By Brian Dawe, American Cop Magazine
Photos by Dave Douglas
Like most kids growing up, I often spent days with my friends playing cowboys and Indians, soldier, fireman, and cops and robbers. Never once can I recall locking my friends in the basement and playing Correctional Officer. In fact, after 23 years in corrections I can honestly say I’ve never met anyone who planned to become a Correctional Officer. I believe it’s one of the reasons my profession is one of the most misunderstood and under appreciated in the nation. We often come to it by way of economic necessity, after a military career, or as a stepping-stone to other more “respected” careers in law enforcement.
Most of what the public believes about Correctional Officers comes from old Cagney movies, ridiculous and brutal shows like HBO’s “OZ,” or the highly popular “Prison Break.” We’re often portrayed as crueler than the inmates themselves. Some malicious “guard’ or unscrupulous warden is the ultimate bad guy. The only movie I’ve seen in the past 30 years coming close to an accurate portrayal was “The Green Mile.” Even then the most despicable person was a Correctional Officer. It’s sadly ironic, only in a story written by the nation’s premiere horror writer, in someone’s worst nightmare, are we portrayed as the “good guys.” Our parents taught us to respect the police, admire our firefighters and honor the military. No one ever mentioned how we should feel about Correctional Officers, except of course Hollywood and the headlineseeking media.
Would You Do This?
Rather than being looked upon as the doormat in the law enforcement matrix, we should be hailed as the backbone. The men and women doing our job are heroes. In a society where all the citizens are felons, we go to work everyday — unarmed, undermanned, ill equipped and often inadequately trained.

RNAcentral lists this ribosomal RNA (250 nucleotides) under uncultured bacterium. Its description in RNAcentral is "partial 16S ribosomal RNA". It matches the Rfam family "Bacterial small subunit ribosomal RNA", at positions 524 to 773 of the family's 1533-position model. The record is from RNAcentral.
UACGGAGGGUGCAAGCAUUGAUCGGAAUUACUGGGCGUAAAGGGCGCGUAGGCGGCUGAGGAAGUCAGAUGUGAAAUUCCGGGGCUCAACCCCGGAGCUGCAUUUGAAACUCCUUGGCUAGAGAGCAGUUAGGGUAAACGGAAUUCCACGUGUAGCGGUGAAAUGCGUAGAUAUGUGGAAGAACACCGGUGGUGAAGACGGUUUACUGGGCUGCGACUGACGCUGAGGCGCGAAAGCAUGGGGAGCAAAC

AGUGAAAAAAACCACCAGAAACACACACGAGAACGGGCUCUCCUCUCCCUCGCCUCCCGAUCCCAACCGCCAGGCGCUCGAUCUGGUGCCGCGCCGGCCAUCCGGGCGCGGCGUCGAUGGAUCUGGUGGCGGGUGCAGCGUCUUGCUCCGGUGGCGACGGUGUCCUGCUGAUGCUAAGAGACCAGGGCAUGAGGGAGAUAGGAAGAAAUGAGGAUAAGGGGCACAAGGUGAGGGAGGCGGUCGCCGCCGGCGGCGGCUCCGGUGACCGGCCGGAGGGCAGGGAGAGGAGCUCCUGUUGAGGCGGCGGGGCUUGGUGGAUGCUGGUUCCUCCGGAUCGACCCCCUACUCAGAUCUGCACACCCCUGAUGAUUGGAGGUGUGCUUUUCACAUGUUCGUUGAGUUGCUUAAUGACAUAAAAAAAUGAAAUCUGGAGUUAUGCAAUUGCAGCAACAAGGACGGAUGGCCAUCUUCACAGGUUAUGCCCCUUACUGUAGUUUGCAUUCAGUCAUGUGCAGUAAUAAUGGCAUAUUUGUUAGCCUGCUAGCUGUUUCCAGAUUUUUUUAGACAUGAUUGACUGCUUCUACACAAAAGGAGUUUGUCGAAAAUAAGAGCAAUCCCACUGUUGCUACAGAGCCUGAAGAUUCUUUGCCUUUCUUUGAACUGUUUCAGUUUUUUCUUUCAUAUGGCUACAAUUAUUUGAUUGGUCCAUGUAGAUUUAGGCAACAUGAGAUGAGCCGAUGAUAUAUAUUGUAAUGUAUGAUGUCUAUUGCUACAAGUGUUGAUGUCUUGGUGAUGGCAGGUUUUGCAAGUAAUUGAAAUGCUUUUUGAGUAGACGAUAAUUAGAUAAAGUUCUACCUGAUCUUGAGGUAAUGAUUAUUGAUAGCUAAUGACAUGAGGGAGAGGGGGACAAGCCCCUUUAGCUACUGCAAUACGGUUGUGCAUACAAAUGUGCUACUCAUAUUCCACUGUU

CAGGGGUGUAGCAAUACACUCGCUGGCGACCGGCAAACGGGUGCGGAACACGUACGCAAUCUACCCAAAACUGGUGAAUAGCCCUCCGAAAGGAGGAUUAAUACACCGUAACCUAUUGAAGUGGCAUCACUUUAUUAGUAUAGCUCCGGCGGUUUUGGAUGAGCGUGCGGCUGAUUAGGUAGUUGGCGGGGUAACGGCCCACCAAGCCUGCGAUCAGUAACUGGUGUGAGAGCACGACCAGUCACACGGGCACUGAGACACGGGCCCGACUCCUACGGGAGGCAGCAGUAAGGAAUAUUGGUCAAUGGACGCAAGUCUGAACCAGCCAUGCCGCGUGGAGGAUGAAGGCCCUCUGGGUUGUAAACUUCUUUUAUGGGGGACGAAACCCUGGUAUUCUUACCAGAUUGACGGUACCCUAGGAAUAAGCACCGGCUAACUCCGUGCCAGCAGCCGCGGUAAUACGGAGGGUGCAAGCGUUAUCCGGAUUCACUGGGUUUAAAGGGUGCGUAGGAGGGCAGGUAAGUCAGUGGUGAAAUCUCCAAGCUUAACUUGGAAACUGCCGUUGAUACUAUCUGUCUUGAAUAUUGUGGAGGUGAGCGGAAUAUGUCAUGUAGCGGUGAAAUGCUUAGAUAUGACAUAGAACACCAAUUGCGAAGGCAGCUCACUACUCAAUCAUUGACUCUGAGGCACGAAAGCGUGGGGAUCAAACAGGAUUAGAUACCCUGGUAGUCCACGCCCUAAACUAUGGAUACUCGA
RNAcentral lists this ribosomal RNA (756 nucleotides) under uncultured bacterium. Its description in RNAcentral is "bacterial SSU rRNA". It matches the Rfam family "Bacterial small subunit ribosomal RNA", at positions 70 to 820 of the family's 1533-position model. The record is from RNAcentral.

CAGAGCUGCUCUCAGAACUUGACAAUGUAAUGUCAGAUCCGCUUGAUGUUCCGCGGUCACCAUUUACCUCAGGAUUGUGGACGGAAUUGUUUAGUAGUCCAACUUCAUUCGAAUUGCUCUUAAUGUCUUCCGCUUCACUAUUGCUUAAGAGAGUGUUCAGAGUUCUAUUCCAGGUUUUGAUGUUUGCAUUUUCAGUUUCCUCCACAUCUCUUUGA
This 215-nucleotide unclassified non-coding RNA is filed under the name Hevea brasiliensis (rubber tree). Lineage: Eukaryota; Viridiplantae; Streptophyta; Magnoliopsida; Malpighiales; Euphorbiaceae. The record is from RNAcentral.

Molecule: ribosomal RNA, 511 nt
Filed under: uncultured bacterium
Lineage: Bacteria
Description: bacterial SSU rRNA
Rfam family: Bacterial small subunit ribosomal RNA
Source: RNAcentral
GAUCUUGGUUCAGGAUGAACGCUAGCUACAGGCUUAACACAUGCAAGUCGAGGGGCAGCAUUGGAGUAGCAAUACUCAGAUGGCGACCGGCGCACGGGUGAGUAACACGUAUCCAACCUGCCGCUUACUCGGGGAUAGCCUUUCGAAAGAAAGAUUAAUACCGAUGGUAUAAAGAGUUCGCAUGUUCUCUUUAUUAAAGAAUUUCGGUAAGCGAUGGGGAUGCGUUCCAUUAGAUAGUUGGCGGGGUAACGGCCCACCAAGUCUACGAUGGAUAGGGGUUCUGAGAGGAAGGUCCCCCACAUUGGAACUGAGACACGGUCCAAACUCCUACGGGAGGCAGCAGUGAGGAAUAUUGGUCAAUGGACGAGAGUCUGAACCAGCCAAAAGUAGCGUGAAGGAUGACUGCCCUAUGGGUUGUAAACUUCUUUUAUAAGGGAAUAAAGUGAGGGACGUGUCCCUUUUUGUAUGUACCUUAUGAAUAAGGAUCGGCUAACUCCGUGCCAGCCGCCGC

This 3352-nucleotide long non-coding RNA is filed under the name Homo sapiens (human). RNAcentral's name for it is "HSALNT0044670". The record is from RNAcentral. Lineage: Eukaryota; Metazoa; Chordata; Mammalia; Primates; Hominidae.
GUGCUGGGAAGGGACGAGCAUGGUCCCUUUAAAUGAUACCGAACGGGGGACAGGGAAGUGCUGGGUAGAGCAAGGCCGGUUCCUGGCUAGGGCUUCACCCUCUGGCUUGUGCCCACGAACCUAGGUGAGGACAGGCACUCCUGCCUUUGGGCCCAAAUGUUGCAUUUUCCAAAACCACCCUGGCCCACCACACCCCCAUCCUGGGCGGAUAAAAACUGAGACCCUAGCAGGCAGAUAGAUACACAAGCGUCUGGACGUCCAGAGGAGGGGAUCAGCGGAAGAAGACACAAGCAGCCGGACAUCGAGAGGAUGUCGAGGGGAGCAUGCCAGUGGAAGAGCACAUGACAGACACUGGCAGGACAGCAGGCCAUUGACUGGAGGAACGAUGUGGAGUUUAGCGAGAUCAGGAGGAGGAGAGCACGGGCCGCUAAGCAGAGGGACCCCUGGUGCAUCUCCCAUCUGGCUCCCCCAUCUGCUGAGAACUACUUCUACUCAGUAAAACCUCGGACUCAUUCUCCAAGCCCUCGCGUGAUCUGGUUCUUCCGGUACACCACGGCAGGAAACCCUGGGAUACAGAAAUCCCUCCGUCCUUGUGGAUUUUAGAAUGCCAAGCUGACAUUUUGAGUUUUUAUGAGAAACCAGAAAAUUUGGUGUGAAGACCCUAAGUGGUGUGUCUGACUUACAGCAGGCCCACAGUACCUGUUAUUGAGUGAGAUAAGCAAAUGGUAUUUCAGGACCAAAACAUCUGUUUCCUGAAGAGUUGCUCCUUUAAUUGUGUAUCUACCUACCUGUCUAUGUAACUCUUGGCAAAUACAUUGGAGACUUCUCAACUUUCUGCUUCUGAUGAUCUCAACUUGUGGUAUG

Each year over 33,000 Correctional Officers are assaulted. In the last year records were released on the prosecution rates of those assaults, only 10.9 percent resulted in prosecutions. Yet over 20 percent of the Officers assaulted required medical attention. How loud would the public outcry be if only one in 10 assaults on our city streets, where the assailant was clearly identified, were prosecuted? What would morale be like in our police departments if only one in 10 assaults of our cops were prosecuted? What would our communities be like if the criminal element knew they had only a one in 10 chance of being prosecuted, even if we knew who they were and could prove they committed the assault?
The number and severity of the assaults behind the walls has dramatically increased in the past decade. In the past six years, 47 of our brothers and sisters have died in the line of duty. With continued overcrowding, understaffing and more violent gang members being incarcerated, it will only continue to get worse. But, assaults aren’t the only problem we face.
Behind the walls, the AIDS/HIV rate is over three times higher than on the streets. The Bureau of Justice Statistics reported in 2003 there were 23,659 inmates testing positive for HIV and 6,000 confirmed cases of full-blown AIDS. Yet in many jurisdictions Officers are denied access to inmate medical histories — even after coming in contact with bodily fluids while performing their job. From 1996 to 2001 we saw a 958 percent increase in the number of inmates with TB, and currently it’s estimated over 25 percent of the inmate population is infected with Hepatitis C.